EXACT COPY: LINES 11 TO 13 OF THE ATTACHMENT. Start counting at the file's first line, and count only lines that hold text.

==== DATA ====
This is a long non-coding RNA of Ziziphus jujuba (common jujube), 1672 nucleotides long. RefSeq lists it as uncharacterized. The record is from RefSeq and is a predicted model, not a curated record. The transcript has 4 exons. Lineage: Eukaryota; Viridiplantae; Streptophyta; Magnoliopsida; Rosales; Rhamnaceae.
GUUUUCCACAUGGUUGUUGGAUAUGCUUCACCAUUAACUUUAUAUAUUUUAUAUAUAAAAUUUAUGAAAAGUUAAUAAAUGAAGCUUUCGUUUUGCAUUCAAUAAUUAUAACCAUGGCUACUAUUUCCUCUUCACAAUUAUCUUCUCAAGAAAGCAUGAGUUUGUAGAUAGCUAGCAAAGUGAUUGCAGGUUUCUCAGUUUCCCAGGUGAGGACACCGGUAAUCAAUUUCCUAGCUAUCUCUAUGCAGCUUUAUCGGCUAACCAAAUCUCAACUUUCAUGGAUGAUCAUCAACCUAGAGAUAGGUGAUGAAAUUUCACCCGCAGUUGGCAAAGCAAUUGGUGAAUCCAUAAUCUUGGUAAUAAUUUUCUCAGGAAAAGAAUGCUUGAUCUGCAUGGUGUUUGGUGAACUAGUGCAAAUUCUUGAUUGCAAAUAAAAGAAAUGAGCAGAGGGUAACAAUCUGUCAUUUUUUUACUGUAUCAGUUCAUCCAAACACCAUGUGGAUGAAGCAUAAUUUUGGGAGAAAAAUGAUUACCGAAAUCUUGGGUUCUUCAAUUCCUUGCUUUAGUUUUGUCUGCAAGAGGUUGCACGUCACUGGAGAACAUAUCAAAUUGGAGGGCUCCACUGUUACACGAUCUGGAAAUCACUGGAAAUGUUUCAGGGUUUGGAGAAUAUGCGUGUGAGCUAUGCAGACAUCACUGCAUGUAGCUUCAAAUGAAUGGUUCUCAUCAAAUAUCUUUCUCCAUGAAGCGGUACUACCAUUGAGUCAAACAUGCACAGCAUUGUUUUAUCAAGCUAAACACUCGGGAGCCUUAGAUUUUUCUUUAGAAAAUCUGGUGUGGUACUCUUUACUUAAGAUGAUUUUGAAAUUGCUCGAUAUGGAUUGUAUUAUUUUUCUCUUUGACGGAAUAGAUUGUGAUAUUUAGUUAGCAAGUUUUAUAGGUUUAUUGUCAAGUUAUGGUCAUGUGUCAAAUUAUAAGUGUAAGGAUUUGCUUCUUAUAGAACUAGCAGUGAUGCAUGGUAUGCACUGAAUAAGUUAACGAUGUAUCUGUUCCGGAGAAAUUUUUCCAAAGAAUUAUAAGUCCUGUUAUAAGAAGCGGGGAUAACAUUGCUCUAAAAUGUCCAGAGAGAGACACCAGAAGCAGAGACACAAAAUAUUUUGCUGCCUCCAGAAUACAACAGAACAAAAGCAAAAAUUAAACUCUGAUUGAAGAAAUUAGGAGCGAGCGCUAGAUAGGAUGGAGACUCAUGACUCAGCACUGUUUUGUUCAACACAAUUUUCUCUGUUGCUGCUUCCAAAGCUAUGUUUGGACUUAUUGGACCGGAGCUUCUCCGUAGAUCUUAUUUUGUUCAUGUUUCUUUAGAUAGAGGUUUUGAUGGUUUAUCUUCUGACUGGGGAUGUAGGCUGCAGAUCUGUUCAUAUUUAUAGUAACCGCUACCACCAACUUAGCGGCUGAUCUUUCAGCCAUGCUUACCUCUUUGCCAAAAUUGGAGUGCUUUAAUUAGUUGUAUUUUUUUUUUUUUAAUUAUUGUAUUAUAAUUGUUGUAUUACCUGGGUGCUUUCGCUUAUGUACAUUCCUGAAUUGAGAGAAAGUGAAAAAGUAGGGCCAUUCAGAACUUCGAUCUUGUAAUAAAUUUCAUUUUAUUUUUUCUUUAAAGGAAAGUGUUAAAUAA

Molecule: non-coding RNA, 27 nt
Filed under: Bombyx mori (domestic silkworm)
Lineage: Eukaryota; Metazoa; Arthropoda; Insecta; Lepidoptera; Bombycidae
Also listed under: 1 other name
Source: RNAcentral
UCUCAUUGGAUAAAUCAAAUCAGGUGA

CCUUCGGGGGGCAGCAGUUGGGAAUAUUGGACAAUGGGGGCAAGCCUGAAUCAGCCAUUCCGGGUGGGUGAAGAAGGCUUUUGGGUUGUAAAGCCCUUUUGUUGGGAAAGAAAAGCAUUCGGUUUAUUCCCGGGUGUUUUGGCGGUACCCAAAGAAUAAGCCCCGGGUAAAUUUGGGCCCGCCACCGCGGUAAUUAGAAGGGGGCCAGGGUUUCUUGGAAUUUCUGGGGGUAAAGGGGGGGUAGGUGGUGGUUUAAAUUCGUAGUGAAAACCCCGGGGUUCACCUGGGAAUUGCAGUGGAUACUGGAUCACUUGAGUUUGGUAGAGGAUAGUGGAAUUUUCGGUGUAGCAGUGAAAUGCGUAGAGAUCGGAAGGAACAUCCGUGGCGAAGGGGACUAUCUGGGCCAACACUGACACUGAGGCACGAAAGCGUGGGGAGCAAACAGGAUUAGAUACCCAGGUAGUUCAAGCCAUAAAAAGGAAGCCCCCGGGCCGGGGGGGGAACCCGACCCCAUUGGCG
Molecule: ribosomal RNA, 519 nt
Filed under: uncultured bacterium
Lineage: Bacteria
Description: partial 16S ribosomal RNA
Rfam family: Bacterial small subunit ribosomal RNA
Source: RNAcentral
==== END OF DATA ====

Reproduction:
Filed under: uncultured bacterium
Lineage: Bacteria
Description: partial 16S ribosomal RNA